How to Bring Healthier Food to Corner Stores

For Immediate Release

How to Bring Healthier Food to Corner Stores

New Paper Explores Innovative Strategies From Across the US

WASHINGTON - Corner stores around the country have used a number of innovative
strategies to bring healthier food to their shelves, finds a new paper by the Insti-
tute for Agriculture and Trade Policy. In many low-income neighborhoods without a
grocery store, corner stores are one of the few food options for consumers.

In Healthy Food for All: Healthy Corner Store Strategies from Across the United
States
, IATP explores how corner stores have expanded their selection of fresh
fruits and vegetables, utilized social marketing strategies and transformed their in-
store facilities to successfully sell healthier food.

Changes in the federal Women, Infants and Children (WIC) program will make
healthier food options available across the country. In Minnesota, new WIC rules
were instituted on August 1 that allow WIC participants to use their benefits to
purchase a range of fruits and vegetables. Stores that accept WIC vouchers will be
required to carry certain minimum quantities of fresh fruits and vegetables.

“Making healthier foods more accessible, particularly in low-income communities,
is critically important in these times of rising diet-related disease and escalating
health care costs,” said IATP’s JoAnne Berkenkamp. “We found that corner stores
can overcome the logistical challenges of providing fresh fruits and vegetables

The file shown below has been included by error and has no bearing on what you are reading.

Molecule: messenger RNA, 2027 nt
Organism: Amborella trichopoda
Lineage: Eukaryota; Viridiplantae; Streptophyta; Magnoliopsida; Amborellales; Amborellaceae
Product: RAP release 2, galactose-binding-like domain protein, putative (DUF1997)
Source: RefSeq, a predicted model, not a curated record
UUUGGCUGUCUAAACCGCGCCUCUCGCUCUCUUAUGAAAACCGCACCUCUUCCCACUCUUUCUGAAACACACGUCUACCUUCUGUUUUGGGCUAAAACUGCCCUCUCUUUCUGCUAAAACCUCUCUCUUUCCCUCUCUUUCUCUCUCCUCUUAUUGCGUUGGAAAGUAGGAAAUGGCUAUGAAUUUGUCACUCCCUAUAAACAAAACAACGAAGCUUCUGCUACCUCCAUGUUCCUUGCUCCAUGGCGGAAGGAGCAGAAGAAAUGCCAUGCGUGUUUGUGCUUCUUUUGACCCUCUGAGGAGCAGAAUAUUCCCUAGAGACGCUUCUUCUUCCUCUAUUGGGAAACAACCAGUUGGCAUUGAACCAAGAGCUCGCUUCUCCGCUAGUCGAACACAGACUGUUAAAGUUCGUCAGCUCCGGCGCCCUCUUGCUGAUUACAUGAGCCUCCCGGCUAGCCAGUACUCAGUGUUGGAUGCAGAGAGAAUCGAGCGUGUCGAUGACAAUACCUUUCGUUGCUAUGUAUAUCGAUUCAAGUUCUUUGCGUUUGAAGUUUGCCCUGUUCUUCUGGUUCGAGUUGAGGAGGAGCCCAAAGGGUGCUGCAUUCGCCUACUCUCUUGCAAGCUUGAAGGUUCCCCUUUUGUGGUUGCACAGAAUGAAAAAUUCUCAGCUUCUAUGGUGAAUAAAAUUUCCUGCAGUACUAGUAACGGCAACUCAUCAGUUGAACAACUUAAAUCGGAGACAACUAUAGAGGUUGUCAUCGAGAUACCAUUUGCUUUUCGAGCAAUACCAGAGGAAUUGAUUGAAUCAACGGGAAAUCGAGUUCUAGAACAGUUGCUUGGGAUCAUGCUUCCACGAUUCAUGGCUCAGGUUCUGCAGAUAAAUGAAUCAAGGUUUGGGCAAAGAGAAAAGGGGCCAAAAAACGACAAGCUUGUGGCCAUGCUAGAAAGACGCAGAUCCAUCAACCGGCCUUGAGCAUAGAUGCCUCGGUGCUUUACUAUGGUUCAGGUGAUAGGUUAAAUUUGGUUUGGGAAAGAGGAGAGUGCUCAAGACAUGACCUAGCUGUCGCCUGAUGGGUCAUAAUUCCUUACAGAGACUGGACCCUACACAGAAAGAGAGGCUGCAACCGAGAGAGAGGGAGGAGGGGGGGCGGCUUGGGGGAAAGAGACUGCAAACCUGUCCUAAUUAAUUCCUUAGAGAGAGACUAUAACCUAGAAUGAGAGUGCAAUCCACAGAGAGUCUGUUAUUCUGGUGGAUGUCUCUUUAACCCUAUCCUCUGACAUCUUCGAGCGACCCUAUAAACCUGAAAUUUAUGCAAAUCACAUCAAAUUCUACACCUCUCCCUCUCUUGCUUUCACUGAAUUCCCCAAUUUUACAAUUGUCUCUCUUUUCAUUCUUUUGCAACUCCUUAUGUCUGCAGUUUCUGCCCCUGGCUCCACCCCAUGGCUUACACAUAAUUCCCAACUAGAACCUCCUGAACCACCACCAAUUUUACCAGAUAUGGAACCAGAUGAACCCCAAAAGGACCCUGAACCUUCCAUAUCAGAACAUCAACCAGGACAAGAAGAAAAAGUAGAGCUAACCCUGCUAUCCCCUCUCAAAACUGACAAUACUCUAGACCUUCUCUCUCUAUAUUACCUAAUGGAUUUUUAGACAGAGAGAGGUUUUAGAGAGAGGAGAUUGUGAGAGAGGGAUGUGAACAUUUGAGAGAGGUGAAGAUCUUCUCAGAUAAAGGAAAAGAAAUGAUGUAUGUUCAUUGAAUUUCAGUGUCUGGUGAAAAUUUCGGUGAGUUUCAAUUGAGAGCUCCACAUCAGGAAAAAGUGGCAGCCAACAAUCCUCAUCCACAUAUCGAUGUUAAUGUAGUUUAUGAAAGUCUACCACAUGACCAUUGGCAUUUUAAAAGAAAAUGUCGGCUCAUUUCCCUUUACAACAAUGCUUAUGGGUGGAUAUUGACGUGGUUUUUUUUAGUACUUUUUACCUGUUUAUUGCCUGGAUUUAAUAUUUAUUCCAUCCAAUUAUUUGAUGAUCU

through a variety of strategies. This paper also illustrates how non-profit, govern-
ment and business partnerships can enable corner stores to make healthier op-
tions available in their neighborhoods.”

IATP’s paper reported on successful efforts by corner stores around the country
to expand their stocking of healthy food. These efforts include: social marketing
strategies of corner stores on the White Mountain and San Carlos reservations in
Arizona and in the uptown neighborhood of Chicago; efforts to expand fruit and
vegetable selection in Hartford, Conn. and San Francisco, Calif.; changes in corner
store infrastructure in Oakland, Calif. and Louisville, Ky.; and pilot programs to
expand the use of WIC vouchers to include fruits and vegetables in New York.

The paper also makes a series of recommendations for corner stores looking to
expand sales of healthier food, including: assessing consumer preferences; closely
monitoring store pricing and profitability; addressing procurement and distribution
challenges; ensuring effective produce handling and merchandising; and making
store improvements to increase the visibility of healthier food.

IATP is working in partnership with the Minnesota Department of Health and pro-
duce distribution partners to promote changes in Minnesota’s WIC program and
connect corner stores with a stable supply of fresh, high quality produce.

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The Institute for Agriculture and Trade Policy works locally and globally at the intersection of policy and practice to ensure fair and sustainable food, farm and trade systems.

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